The Link Between Rheumatoid Arthritis and Carpal Tunnel
Carpal tunnel syndrome negatively affects the hands and wrists and is characterized by pain, numbness, and tingling. Carpal tunnel syndrome occurs when the tissues inside the carpal tunnel at the base of the hands become swollen and irritated. The ligaments in the carpal tunnel compress and entrap the median nerve, which runs from the palm of the hand to the forearm and allows the thumb and fingers to feel pressure or pain.
Carpal tunnel syndrome can be caused by a number of factors, such as continued use of hand tools that vibrate, retention of fluids during menopause or pregnancy, sprains or fractures, or repeated use and movements of the hands and wrists. People with various conditions, such as an underactive thyroid gland or diabetes, may also be susceptible to developing carpal tunnel syndrome.
Research has determined that people with rheumatoid arthritis are also at an increased risk for developing carpal tunnel syndrome. Rheumatoid arthritis commonly affects the wrist joints, as one of the hallmarks of the condition is swelling and inflammation of the lining of the joints (the synovium).
Carpal tunnel is characterized by numbness, pain, and tingling at the base of the hands. When the tissues inside the carpal become irritated and swollen, carpal tunnel syndrome occurs. A number of factors can cause this condition. According to research, the risk of developing carpal tunnel syndrome may increase in people with rheumatoid arthritis. Since rheumatoid arthritis causes wrist and hand pain as well as swelling, RA patients tend to experience worsened carpal tunnel syndrome. People with rheumatoid arthritis do not necessarily have to engage in repetitive hands motions in order to develop this disease.
In 2015, a research study showed that those who receive certain medications to treat rheumatoid arthritis may experience a decreased risk of carpal tunnel syndrome. Dr. Donald Rapoport from Fall River, Massachusetts is a rheumatologist who stated that, through his own clinical trials, he noticed a decreased incidence of carpal tunnel syndrome due to such medications. He has seen fewer people with rheumatoid arthritis developing the syndrome and feels that the risk of developing the condition may increase due to certain activities and jobs. Work related to computers or sewing machines, for example, can contribute to the development of carpal tunnel syndrome. On the other hand, the odds of getting the disease can be improved by taking certain medications. According to one Dr. Kohler, the risk of carpal tunnel syndrome can decrease due to modern medications for rheumatoid arthritis. He says the medications that reduce swelling and inflammation can also lessen swelling on the median nerve as well as irritation.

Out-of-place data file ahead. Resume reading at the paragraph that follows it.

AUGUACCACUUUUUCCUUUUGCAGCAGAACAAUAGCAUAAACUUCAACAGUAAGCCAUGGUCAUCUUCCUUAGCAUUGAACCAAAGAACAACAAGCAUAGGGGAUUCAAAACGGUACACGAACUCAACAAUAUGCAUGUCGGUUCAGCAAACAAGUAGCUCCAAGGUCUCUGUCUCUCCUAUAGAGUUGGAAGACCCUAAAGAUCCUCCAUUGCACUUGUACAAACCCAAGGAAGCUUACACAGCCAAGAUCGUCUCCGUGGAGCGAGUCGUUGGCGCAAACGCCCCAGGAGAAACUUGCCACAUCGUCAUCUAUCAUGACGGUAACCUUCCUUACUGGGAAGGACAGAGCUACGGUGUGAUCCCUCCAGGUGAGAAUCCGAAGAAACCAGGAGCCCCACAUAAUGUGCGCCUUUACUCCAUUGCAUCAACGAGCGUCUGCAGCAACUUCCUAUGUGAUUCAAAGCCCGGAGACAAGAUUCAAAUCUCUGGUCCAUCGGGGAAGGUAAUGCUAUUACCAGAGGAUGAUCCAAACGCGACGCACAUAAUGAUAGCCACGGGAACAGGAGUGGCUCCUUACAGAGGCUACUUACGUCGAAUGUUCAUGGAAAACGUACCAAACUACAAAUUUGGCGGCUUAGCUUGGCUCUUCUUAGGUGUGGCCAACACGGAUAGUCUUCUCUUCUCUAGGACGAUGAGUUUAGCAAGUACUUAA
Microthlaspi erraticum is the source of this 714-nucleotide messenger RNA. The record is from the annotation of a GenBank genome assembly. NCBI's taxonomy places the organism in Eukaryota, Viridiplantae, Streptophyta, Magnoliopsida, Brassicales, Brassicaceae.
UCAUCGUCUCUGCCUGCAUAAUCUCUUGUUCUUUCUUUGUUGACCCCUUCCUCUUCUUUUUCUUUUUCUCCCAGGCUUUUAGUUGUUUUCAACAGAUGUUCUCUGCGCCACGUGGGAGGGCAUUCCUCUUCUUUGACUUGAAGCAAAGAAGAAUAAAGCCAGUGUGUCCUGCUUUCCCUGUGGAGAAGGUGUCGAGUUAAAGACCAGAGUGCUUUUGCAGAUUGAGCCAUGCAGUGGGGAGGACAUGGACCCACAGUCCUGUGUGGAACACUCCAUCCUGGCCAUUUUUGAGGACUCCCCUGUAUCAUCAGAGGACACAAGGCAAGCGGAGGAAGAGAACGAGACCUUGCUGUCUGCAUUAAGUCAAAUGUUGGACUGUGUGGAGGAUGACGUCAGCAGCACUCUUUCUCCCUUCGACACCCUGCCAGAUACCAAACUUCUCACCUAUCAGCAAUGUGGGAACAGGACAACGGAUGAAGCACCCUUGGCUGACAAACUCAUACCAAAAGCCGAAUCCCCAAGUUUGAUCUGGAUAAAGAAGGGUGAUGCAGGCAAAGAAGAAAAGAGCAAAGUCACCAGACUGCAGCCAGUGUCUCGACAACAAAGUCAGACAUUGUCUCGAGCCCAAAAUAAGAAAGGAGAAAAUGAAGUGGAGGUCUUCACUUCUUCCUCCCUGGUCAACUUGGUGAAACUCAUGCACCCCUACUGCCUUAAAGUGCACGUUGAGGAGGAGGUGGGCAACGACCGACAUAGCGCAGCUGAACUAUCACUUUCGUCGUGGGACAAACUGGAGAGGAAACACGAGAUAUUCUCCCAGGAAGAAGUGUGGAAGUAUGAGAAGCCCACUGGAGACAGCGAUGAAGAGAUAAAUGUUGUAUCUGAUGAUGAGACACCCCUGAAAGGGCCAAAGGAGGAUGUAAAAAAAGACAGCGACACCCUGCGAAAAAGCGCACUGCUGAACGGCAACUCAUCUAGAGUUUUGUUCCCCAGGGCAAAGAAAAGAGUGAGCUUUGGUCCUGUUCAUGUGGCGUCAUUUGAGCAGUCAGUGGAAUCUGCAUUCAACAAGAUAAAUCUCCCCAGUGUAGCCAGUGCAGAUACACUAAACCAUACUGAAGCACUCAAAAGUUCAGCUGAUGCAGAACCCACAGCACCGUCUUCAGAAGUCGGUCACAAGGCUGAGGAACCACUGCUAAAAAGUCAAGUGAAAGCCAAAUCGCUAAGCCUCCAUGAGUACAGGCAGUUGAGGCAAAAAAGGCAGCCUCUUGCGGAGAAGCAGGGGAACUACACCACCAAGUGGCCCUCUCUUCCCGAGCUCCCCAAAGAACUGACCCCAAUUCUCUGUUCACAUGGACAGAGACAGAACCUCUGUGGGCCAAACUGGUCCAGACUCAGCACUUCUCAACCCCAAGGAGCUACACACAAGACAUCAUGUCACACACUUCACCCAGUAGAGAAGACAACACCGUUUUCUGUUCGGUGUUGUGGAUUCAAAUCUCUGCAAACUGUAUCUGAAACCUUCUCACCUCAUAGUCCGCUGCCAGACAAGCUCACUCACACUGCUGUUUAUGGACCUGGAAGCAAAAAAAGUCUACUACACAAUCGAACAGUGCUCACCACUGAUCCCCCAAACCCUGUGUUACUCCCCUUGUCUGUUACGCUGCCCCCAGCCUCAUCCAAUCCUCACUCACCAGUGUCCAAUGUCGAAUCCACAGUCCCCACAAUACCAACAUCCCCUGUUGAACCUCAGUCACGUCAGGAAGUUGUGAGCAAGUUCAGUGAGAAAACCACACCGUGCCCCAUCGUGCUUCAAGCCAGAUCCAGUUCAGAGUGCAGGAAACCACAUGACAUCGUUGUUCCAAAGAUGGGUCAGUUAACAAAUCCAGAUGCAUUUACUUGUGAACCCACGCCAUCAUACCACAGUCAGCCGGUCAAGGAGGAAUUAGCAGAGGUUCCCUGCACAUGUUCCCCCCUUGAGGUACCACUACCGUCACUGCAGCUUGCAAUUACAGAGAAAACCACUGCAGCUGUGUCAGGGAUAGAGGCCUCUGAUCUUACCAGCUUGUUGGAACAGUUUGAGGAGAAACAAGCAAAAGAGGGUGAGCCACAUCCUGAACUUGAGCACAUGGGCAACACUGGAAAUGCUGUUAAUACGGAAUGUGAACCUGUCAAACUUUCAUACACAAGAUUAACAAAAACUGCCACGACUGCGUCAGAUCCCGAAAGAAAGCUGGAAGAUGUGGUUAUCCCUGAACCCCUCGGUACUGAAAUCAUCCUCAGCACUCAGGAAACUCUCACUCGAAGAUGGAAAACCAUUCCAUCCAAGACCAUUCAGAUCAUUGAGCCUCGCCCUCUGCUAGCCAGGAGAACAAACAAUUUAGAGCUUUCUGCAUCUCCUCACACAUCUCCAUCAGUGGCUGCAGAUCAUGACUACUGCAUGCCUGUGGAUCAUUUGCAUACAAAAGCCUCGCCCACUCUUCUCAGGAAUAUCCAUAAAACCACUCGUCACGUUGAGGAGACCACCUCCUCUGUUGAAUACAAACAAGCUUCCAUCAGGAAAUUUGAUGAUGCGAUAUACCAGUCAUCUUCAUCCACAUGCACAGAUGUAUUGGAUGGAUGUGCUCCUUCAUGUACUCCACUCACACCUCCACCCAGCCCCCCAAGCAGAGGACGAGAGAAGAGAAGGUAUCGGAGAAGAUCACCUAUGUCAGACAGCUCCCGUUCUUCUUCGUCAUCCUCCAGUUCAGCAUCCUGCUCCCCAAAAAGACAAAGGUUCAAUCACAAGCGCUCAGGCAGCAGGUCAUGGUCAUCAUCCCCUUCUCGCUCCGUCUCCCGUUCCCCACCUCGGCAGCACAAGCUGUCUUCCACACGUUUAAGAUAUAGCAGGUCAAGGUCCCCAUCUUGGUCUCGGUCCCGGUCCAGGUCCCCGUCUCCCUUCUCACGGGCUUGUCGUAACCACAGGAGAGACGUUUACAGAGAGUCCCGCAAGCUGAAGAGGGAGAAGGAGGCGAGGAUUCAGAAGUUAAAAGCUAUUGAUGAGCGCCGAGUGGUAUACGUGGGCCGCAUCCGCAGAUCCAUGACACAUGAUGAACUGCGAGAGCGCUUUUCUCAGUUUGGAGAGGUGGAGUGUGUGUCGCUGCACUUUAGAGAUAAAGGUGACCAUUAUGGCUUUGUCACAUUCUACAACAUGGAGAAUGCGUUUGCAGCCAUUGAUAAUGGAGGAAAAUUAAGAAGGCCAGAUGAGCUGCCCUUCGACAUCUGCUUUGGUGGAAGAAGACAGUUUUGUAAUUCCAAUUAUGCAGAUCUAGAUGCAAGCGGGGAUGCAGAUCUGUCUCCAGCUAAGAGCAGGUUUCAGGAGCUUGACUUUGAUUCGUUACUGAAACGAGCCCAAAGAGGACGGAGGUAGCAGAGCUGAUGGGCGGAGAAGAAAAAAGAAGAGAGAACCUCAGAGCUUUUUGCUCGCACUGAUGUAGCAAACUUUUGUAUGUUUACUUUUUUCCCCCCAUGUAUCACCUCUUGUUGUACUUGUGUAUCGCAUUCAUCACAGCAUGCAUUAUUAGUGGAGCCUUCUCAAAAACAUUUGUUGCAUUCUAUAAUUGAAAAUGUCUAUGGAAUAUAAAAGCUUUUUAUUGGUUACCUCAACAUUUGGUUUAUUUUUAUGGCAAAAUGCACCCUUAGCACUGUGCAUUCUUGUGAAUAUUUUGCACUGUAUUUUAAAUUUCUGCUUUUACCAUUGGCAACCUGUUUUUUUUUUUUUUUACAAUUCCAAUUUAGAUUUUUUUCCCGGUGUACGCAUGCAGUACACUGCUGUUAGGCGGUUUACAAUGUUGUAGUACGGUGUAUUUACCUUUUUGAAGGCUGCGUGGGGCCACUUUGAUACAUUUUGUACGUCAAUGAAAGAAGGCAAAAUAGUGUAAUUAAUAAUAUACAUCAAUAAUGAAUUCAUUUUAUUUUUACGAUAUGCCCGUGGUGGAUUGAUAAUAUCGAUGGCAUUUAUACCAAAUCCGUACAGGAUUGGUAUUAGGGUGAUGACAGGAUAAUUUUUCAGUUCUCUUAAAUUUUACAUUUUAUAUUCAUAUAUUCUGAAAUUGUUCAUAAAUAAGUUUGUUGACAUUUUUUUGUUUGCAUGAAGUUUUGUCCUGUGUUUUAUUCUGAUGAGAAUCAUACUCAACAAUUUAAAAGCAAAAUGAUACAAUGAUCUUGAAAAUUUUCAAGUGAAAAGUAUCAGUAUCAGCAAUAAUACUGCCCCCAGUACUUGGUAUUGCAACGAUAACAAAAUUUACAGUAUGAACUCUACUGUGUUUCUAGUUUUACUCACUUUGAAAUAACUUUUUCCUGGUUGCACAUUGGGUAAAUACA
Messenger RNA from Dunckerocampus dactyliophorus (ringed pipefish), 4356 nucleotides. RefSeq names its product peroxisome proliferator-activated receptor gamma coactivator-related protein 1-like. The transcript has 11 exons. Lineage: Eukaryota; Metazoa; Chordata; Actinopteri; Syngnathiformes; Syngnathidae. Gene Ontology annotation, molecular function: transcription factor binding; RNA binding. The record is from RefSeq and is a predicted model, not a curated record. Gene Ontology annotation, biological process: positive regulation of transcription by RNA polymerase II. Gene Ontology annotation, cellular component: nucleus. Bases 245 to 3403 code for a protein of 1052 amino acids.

According to the American Academy of Orthopedic Surgeons, over time, carpal tunnel syndrome worsens if it is left undiagnosed and untreated, so early diagnosis and treatment are very important. Electromyography, or nerve conduction studies, are done to confirm the diagnosis. Ultrasound images can reveal swollen, enlarged nerves. In the case of carpal tunnel syndrome, it can show swelling or any other abnormalities. Permanent nerve damage can occur if treatment is delayed. In rheumatoid arthritis, treatment plans for carpal tunnel syndrome first start with treating the underlying symptoms of arthritis, such as swelling, inflammation, and irritation. Patients are usually suggested to take pain reducers or to wear a splint on the wrist. The pressure on the median nerve is relieved by wearing a splint, and it also prevents further damage to the wrist. These splints are easily available at local pharmacies and supermarkets. Injecting cortisone into the carpal tunnel is another step in the treatment. They help to reduce the symptoms of the condition for several weeks or even months. While managing symptoms, the focus of treatment can turn towards rheumatoid arthritis if it is the cause of the carpal tunnel syndrome. If there is no improvement after using all possible treatments, namely, medications, cortisone injections, and splints, then the only option left is surgery. The surgeon will open up the carpal tunnel in order to relieve pressure on the median nerve. Immediately, the person will experience relief, and this is known as carpal tunnel release. Surgery cannot be performed on an outpatient basis; it is done either through a surgical or endoscopic procedure.